Huge Parks Plan Would Finally Give LA Its Emerald Necklace - The Greening of LA County - Curbed LA

Bottom line, Los Angeles is definitely experiencing a renaissance and transforming itself in a way few cities are.
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Old 08-21-2014, 02:15 PM
 
Location: Jacksonville, FL
11,145 posts, read 14,113,945 times
Reputation: 7075
Quote:
Originally Posted by RudyOD View Post
Los Angeles most definitely.

ART
Flourishing arts scene, having declared the epicenter of the modern art world by many. Such world renowned art events such as Paris Photo, have a Los Angeles event as well. Not to mention the building of the Broad.
Welcome to Paris Photo Los Angeles - international fine art photography fair - Paramount Pictures Studios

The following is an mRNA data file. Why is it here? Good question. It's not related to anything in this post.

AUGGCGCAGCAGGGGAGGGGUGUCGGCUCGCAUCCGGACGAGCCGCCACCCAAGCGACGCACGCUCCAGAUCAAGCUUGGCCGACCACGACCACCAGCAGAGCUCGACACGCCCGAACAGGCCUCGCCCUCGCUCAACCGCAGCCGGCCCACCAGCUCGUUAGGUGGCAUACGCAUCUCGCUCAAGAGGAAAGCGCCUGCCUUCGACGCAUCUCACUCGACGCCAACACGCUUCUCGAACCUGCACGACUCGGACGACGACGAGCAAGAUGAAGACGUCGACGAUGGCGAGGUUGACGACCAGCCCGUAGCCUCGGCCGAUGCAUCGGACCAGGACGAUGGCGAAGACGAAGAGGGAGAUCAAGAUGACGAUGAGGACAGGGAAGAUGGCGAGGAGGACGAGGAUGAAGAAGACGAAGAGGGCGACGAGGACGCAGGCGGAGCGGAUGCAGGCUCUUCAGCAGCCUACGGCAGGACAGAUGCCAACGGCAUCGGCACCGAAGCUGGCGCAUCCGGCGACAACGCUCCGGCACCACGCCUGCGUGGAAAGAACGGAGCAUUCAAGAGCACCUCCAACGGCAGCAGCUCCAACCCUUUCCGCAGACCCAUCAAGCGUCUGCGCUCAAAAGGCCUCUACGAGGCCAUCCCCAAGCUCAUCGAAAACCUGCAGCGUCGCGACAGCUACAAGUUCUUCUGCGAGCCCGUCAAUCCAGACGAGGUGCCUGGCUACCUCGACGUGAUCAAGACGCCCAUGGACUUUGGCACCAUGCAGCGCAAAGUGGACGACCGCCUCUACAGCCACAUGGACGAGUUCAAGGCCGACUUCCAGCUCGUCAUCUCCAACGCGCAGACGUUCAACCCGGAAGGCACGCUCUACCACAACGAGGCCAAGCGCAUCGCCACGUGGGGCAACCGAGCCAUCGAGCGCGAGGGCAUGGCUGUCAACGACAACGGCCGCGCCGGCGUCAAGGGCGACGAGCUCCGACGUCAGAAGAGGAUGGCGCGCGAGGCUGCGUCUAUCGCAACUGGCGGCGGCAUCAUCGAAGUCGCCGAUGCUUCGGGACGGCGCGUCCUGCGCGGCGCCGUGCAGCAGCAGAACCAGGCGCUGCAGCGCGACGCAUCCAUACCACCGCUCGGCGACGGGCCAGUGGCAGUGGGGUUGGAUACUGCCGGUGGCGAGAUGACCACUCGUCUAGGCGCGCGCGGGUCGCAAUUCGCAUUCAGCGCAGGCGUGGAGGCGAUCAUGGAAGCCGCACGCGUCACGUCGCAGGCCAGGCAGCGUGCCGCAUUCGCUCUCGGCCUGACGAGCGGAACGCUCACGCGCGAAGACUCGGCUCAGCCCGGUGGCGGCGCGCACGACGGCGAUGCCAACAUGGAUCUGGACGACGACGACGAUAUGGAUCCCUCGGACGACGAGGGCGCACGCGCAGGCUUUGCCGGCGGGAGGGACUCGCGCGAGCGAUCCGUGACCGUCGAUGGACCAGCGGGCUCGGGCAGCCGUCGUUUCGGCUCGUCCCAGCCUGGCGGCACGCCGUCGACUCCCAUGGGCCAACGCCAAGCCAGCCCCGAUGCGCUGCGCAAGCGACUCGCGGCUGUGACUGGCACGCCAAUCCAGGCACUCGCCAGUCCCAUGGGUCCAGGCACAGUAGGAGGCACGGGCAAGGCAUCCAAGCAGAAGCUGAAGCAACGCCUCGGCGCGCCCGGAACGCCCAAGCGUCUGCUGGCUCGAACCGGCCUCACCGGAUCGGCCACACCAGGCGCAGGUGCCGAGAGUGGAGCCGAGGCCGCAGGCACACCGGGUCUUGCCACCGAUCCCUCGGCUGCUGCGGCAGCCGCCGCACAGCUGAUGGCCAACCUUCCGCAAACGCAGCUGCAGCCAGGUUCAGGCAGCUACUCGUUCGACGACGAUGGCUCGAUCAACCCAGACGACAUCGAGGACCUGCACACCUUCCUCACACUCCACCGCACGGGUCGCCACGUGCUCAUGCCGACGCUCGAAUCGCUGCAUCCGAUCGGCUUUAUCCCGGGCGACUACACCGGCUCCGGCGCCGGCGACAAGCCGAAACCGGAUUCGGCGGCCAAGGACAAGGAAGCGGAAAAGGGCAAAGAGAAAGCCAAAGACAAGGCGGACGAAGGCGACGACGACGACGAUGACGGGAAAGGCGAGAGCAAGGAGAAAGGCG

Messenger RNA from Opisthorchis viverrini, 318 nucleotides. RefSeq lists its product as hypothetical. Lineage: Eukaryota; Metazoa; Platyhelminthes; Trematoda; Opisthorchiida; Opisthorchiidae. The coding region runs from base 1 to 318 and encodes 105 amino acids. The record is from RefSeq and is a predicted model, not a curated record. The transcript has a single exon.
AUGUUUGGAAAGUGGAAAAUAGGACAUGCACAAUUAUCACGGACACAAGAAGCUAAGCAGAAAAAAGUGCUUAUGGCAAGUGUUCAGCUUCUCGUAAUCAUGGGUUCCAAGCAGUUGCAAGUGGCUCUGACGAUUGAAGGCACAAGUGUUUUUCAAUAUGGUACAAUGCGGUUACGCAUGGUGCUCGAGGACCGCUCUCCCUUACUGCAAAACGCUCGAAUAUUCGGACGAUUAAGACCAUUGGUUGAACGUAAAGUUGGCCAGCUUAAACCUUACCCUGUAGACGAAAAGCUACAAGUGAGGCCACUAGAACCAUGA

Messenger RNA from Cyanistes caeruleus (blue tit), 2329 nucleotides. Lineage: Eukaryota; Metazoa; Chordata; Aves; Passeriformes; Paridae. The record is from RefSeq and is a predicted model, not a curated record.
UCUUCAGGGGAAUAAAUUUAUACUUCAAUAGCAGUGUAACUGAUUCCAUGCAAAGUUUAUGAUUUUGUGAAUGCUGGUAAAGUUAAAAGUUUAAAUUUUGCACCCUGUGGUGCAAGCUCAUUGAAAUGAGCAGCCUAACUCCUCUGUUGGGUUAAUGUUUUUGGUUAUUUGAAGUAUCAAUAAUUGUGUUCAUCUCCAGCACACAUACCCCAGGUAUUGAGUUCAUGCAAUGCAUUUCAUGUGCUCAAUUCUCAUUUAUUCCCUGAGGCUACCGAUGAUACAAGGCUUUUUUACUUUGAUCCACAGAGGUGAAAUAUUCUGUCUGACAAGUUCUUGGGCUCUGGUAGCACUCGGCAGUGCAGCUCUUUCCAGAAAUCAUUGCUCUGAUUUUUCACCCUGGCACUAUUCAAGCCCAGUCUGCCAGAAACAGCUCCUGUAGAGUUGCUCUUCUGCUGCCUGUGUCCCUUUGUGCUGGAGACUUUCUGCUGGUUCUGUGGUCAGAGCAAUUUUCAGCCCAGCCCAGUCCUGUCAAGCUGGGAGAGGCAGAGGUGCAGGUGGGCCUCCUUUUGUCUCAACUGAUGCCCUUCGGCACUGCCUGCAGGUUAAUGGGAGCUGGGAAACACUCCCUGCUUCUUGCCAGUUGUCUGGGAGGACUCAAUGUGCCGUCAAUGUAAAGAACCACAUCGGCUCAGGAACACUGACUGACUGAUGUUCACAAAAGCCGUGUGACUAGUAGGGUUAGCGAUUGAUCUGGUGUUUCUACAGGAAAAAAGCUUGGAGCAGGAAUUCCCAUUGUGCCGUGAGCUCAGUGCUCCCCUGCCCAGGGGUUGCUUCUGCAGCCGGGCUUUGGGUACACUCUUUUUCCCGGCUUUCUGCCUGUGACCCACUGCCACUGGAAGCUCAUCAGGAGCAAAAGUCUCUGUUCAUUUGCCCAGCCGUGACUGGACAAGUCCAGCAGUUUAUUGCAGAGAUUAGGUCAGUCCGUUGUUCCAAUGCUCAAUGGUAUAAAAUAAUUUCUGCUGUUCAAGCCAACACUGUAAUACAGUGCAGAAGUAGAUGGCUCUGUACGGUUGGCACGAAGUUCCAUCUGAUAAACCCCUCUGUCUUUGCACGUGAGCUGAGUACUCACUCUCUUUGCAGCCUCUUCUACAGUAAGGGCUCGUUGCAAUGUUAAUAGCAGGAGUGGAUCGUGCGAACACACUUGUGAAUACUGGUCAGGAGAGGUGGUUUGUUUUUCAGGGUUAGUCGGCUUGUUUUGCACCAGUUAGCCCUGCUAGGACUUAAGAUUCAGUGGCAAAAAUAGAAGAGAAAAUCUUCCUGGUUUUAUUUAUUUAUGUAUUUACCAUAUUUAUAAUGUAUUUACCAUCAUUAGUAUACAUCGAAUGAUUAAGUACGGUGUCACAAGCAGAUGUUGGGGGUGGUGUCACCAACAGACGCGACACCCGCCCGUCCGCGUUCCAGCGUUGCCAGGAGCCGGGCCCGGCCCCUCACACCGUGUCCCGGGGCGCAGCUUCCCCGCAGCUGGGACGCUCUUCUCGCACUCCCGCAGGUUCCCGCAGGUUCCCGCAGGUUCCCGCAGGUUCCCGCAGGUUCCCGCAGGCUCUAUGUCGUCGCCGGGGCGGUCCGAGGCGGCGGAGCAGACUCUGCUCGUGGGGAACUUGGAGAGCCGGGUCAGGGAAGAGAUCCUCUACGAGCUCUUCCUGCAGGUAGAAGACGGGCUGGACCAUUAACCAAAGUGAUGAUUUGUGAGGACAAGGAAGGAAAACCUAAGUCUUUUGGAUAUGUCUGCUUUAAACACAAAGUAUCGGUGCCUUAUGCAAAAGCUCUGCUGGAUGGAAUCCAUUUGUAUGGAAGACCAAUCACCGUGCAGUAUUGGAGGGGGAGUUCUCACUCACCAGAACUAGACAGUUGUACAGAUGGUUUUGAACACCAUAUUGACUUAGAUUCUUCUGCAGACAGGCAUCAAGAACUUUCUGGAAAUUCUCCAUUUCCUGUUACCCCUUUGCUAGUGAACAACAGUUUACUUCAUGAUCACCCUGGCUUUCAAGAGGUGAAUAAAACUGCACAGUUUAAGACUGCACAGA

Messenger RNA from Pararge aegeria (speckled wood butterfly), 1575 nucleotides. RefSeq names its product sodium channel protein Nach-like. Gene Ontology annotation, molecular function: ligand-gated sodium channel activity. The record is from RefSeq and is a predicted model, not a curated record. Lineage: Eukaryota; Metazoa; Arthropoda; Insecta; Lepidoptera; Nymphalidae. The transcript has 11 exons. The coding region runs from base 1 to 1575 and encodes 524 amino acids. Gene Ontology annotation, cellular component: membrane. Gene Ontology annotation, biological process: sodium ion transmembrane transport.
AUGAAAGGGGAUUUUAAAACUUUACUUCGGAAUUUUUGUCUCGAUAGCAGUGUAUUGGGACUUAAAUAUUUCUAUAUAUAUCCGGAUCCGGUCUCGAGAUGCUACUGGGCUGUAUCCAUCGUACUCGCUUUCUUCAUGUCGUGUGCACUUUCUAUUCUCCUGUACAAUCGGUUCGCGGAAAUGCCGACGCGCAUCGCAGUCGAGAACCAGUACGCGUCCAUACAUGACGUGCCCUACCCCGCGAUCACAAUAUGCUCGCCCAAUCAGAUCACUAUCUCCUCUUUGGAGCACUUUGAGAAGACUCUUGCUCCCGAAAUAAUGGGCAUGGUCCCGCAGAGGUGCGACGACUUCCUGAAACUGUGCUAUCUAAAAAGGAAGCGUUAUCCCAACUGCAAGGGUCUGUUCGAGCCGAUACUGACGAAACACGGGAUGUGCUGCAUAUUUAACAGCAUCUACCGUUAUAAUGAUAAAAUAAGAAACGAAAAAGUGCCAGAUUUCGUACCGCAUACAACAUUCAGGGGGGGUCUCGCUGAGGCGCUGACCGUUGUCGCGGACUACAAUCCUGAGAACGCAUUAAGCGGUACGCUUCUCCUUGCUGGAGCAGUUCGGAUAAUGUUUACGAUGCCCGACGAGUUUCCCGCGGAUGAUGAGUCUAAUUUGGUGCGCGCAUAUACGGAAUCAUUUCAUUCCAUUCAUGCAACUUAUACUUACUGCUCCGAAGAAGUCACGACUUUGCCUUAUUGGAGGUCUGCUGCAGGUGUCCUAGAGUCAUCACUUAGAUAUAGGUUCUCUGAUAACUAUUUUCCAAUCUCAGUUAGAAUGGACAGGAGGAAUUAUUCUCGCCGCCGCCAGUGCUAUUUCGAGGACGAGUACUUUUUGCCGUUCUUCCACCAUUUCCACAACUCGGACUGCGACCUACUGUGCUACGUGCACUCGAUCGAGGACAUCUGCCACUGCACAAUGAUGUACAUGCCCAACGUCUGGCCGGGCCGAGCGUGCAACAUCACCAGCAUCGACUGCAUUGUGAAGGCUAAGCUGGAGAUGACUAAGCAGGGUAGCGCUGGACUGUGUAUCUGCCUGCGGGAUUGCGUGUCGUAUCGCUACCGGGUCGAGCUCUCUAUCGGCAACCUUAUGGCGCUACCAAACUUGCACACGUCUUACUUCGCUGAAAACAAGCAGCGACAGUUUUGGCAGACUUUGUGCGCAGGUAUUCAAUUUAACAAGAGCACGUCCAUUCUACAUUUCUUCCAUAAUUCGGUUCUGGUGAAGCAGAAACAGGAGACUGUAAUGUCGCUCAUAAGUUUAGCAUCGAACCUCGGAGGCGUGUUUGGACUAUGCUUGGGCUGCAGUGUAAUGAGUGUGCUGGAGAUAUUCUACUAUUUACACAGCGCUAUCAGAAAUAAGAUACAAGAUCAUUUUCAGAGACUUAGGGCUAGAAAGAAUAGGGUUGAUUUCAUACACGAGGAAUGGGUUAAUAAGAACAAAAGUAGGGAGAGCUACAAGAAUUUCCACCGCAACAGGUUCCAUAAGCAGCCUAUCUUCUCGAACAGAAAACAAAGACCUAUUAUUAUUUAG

The Broad Museum
http://www.nytimes.com/2011/10/13/ar...-map.html?_r=0
Hello, Babylon! The Art World Is Cheating on New York With Los Angeles | Gallerist
No More La La Land, Part II: How Los Angeles Became the Center of the Art World | Under the Hollywood Sign

FOOD
The gastronomy has evolved from old school hamburgers + Mexican, to a top of the list foodie destination city, with L.A. being home to the gourmet food truck movement (though, one can argue that Portland does it better) and a (bolder) neo-California cuisine that doesn't cater to the European sensibilities of the East Coast, but rather the Pan-Asian and Latin American flavors. I don't know if it is 'better' than New York, that is quite subjective, but it definitely has established itself as somewhere where chefs can be true artists and curators of their own master pieces (or disasters). The city allows for a level of experimentation not seen with the traditional vanguards.